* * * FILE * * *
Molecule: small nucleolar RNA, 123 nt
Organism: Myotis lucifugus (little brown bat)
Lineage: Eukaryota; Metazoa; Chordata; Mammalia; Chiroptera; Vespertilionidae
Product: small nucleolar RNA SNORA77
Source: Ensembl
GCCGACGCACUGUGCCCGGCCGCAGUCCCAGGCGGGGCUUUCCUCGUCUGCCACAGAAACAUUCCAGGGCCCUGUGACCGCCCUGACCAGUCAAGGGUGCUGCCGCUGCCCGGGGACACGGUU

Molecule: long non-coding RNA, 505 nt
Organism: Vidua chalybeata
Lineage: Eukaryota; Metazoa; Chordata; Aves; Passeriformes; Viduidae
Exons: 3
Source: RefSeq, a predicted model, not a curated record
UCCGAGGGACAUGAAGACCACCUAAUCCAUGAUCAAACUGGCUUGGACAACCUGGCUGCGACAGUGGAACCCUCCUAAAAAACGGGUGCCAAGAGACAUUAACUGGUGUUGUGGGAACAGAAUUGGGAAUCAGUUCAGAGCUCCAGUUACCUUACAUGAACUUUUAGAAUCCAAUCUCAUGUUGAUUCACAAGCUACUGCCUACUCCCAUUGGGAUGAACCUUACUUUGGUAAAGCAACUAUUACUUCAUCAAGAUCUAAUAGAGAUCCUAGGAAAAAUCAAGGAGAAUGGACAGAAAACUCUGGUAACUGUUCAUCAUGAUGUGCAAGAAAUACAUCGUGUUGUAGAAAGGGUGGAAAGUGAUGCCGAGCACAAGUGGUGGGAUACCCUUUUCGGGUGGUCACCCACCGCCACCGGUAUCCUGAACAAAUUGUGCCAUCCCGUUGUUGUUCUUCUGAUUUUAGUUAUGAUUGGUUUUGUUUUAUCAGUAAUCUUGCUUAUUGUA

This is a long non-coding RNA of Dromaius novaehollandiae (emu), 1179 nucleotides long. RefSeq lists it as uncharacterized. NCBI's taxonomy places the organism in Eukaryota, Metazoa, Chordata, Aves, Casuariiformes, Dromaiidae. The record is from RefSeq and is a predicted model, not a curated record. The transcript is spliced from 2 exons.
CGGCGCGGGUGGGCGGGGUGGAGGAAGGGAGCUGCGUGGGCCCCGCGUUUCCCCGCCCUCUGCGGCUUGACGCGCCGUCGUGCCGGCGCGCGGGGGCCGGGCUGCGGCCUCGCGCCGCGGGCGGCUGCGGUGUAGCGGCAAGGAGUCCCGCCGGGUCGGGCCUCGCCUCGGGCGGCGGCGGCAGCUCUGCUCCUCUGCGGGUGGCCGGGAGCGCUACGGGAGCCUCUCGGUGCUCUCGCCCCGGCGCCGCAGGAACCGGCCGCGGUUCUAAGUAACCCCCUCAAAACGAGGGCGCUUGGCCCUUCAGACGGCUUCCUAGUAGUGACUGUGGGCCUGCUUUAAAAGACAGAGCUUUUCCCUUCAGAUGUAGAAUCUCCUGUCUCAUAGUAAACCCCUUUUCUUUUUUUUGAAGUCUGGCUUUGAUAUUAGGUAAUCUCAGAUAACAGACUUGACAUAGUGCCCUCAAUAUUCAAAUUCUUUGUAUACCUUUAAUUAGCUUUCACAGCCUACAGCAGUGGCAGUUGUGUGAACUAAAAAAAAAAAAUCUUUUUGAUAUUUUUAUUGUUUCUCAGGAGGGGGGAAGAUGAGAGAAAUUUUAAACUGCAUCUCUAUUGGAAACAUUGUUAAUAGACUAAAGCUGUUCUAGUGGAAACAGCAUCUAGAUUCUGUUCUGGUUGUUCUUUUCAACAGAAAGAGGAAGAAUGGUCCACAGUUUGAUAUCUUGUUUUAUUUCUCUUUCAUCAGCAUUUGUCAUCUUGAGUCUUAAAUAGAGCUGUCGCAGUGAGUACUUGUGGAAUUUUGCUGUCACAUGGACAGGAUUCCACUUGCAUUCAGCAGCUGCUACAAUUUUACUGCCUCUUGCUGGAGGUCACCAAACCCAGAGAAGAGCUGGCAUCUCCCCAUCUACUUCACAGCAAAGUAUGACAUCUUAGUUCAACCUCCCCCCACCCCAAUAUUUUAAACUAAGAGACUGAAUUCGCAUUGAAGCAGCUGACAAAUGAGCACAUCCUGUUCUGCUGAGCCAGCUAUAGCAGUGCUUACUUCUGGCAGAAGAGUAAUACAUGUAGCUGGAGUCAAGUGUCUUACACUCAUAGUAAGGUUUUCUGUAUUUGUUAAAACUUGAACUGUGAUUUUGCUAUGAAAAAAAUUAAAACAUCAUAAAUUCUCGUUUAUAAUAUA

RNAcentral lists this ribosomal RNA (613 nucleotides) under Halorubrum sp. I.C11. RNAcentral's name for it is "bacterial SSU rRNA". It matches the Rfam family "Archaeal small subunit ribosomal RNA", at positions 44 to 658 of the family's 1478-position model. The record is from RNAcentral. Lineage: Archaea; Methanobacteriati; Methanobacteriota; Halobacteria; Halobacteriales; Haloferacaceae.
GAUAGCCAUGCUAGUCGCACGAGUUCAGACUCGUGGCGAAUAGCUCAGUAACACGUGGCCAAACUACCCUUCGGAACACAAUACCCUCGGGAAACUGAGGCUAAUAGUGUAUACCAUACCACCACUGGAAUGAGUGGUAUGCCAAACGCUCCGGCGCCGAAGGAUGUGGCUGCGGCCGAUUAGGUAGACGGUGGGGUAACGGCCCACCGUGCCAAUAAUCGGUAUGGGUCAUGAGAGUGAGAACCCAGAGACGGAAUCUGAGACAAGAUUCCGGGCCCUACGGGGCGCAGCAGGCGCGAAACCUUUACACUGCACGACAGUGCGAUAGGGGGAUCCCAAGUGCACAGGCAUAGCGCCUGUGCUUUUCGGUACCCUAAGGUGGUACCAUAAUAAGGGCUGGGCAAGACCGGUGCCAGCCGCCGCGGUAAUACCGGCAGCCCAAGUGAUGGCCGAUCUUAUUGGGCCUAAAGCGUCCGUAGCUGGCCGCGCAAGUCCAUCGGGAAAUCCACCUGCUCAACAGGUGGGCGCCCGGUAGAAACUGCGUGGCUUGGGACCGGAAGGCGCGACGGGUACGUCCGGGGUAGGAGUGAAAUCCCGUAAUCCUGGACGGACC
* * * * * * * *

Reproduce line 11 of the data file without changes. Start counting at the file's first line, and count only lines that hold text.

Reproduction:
Source: RefSeq, a predicted model, not a curated record